Baking A Pretty Pie
By Lois Hoffman
Just like any self-respecting farm girl, I have made many pies. Some have been runny, some have not. Some have been overly sweet, some have been tart. I dare say that none have been pretty, as a matter of fact, a couple only looked good when smothered in ice cream.
I knew that Patsy Orns made pies for a lot of functions that I attended. They not only tasted good, they also looked good. So, when I heard that she was giving pie making classes, I only had one choice — “Sign me up!”
Was I ever in for an eye opener. Pie making is definitely an art in itself. “That’s why I started to give classes,” she says. “So many people have asked me if I would teach them how to make a pie that I decided that maybe there just was a market for them.”
She really started getting serious about the pie business when she and Frank, her husband of 24 years, first got together. His favorite was peach pie and that was a common request of his. “It’s not so special to me anymore,” he concedes, “because now I know I can have it whenever I want!”
Another event that prompted her was when they ordered from restaurants, which was a rarity for them. Egg custard is an easy pie to make, yet when they split a piece from a prominent Indiana restaurant there was hardly any filling in it.
“I really enjoy a good red raspberry pie too,” Patsy confesses. “One year we went to Traverse City and we tried one of theirs and it turned out to be mostly gel with hardly any fruit. Not that I am being picky, but a berry pie should be mostly fruit.”
So, she got the bug, knowing that she could bake a better pie. When she makes a fruit pie it is mostly fruit. Every one of her peach pies boasts a full two quarts of peaches. I chose apple for my learning experience. After we peeled and sliced we had a whole bowl full of apples that I just knew would never fit into one pie. Wrong again. Frank has a unique outlook on all this fruit though, “Patsy’s pies are not desserts, but rather fruits. So, you can eat as much as you want,” he laughs, though I am not too sure that he isn’t serious.
Her philosophy is that a pie should not only taste good but also must look good. To achieve this, the secret is in the crust. When it comes to this important part she has two golden rules; don’t be afraid of the pie and follow the recipe exactly, especially when it comes to measuring ingredients.
Her crust recipe is simple; 2 cups flour, 2/3 cup Crisco, 1 teaspoon salt and 1/3 cup cold milk. Using milk instead of water is what sets her recipe apart. Although it calls for 1/3 cup milk, this is only a guideline because on warm, humid days the crust needs less liquid and vice versa. Also, the way the flour is measured comes into play. She uses the “short cut to sifting” method which is filling the measuring cup with another cup so as not to pack the flour too tightly.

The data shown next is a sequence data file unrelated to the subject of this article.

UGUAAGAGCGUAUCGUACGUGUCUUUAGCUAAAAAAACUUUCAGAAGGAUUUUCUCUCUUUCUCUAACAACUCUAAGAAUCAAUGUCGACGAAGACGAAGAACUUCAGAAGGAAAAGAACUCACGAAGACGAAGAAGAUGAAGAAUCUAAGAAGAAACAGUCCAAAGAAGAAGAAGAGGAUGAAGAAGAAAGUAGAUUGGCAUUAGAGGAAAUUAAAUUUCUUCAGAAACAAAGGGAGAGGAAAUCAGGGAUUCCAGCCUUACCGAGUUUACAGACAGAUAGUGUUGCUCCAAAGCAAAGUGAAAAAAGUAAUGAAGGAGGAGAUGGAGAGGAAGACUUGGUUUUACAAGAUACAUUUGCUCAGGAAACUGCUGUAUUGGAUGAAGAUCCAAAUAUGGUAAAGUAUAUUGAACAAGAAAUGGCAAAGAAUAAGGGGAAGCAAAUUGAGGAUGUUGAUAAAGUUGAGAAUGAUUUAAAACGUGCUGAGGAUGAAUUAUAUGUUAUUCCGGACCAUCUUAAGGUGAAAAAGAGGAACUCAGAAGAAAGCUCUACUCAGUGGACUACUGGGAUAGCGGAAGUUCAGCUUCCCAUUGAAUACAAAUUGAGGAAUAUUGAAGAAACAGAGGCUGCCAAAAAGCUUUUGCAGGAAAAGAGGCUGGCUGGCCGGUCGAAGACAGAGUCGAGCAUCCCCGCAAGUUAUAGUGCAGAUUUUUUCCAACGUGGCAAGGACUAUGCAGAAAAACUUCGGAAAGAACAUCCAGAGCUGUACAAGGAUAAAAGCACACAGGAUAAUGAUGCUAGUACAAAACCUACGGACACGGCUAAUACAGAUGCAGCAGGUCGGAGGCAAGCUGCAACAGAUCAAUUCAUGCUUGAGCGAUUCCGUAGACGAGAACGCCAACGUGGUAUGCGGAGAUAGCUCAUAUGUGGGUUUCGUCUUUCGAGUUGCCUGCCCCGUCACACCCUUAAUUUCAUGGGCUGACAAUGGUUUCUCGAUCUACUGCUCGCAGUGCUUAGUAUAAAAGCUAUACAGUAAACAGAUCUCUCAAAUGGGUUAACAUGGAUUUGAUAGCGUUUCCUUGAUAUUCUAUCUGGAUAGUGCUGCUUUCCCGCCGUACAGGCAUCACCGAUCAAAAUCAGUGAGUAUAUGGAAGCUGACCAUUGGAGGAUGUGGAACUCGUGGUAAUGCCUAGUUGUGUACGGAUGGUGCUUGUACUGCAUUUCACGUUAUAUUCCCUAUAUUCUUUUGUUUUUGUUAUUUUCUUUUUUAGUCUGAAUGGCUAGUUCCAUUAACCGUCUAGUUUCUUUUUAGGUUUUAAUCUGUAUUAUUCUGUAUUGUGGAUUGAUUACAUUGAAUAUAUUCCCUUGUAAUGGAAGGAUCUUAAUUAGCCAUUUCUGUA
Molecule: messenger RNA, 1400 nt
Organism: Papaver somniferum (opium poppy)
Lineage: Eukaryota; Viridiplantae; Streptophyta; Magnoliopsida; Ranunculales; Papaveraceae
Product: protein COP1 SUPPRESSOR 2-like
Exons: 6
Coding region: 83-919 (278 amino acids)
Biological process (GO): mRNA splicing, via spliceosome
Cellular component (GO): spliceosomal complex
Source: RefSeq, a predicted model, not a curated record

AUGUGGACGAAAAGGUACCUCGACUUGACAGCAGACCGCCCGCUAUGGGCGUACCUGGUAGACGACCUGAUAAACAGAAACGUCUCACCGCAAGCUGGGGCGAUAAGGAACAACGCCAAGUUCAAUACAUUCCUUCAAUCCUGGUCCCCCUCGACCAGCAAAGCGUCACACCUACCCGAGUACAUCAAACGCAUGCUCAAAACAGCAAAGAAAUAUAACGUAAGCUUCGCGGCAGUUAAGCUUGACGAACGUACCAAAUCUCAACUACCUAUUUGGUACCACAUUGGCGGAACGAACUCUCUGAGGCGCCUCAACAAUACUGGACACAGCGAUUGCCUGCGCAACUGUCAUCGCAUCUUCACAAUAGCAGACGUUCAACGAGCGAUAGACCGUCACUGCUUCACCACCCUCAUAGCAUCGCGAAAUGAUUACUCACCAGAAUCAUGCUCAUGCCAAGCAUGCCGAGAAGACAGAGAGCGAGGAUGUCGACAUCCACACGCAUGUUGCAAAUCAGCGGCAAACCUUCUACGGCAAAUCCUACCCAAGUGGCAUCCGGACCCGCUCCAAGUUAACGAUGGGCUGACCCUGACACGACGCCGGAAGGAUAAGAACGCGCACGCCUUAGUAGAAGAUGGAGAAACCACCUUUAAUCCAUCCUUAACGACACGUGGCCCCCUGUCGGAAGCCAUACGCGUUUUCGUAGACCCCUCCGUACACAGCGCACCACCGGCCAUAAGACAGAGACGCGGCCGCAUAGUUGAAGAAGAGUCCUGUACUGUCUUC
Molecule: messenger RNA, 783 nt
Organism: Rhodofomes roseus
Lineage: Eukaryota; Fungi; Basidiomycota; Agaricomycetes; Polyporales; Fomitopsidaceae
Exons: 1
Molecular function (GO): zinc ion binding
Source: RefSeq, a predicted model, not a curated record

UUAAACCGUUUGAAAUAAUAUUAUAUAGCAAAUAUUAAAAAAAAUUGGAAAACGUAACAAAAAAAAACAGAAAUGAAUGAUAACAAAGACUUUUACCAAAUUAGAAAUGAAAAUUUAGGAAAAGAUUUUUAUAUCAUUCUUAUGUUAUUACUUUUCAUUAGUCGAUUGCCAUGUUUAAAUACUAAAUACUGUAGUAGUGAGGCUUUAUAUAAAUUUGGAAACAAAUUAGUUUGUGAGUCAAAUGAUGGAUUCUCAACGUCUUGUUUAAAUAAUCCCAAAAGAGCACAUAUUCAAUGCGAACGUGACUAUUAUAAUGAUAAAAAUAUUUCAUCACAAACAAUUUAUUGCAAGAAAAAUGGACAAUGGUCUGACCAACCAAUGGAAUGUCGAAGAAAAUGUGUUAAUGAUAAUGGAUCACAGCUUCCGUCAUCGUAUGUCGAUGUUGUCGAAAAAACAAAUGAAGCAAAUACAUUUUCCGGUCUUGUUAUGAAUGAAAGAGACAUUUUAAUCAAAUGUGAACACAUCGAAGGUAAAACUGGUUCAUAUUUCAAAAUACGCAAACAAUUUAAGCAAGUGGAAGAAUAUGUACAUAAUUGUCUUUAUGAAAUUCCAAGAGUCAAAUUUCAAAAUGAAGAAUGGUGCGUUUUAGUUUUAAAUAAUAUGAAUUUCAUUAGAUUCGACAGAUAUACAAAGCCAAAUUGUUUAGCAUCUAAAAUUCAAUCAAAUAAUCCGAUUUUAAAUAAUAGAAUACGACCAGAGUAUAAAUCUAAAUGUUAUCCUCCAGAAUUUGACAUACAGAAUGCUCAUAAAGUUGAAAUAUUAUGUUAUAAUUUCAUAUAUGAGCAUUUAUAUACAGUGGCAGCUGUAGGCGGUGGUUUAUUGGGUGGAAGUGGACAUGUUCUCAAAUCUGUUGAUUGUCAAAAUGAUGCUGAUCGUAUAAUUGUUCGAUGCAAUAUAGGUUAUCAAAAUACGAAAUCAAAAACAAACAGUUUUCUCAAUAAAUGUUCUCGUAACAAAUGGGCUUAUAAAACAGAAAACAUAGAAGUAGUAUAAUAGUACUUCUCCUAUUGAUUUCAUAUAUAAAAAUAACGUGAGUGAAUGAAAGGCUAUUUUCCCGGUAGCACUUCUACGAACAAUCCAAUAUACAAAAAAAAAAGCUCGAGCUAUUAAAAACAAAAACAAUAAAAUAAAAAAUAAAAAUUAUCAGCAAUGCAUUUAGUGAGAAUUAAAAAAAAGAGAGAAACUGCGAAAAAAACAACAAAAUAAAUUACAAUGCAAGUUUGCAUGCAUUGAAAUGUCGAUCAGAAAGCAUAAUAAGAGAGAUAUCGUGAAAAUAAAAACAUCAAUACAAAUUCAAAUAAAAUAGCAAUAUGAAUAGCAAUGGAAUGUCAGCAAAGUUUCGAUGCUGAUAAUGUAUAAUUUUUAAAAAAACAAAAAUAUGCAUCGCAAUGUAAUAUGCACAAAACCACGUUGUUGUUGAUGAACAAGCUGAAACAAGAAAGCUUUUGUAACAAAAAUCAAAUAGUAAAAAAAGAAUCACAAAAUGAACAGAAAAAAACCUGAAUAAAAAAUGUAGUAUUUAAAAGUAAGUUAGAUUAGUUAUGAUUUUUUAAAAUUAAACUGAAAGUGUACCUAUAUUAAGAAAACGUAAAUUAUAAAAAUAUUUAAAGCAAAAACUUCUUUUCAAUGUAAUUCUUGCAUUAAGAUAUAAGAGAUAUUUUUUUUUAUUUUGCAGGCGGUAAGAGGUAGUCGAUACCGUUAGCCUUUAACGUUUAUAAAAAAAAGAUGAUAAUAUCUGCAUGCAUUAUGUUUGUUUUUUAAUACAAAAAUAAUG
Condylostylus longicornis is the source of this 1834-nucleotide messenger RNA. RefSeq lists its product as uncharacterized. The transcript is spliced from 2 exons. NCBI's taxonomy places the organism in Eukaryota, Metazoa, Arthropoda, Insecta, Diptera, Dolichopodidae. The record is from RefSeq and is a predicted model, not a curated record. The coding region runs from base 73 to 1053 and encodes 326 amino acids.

After the crust ingredients are cut together, she separates the dough into two equal portions and then works each part with her hands until it becomes a round disc with all corners tucked under and it is smooth underneath. After this step she uses a smart pin, which is rolling pin with interchangeable discs that fit on either end to achieve the desired thickness.
One of my other biggest challenges was trying to achieve the desired consistency for the filling. Patsy basically uses flour to thicken apple and peach pies and tapioca in cherry, blueberry and blackberry pies. The key here is to remember that tapioca has to soak before it thickens so it is best to let the filling set for 15 minutes before filling the crust to bake.
Now comes the making it pretty part. Her secret here is to tuck the top crust under the edge of the bottom and then use the thumb and forefinger to hold the outside while pushing the crust between these two with the forefinger of the other hand. This gives the perfect crimped edge. She made a pie along with me and I watched her do this with ease. It looked so simple. It definitely was … for her. I, on the other hand, will need quite a bit more practice which, I am sure, my family won’t mind.
I also learned how to avoid the “towering crust” when baking an apple pie. You know, when the top crust bakes way above the apples with space underneath. “You just pat the top crust down until it touches the apples and that will prevent this problem, she explains.
As for the decorative vents in the top crust, all of Patsy’s pies have her signature cross cut in. She glows, “God gave me this talent, so my cross in every pie is my thank you to Him!”
Even though she didn’t win the contest, her apple pie was held back as a finalist in one of Zehnder’s Restaurant’s apple pie contests in Frankenmuth, Michigan. “That was truly an honor to me and I had so much fun participating,” she says.
She has a thick binder with all of her pie recipes in. She tries various recipes for different varieties and when she truly finds a winner it makes it to the book. “Everyone has their thing,” she explains, “Baking pies is my way of relaxing. Any time I feel stressed I just start a pie and I don’t know if it is working with the dough or seeing the final creation, but I always feel better after I bake.”
Frank has a smile on his face and a twinkle in his eye but he doesn’t say a word. I get the feeling that he is the lucky recipient in this venture more often than not.
I told her that I thought it was great that she and Frank were willing to open their home for her to do these classes. “Why would I not want to share a talent that God has given me?” she asks.
Knowing Patsy, she wouldn’t have it any other way. I can’t remember when I have enjoyed a morning more. We had the wonderful aroma in the kitchen, great conversation and I learned that making a pie is more than just dumping some filling into a crust. Isn’t it too bad that I will have to keep practicing until I get it right!
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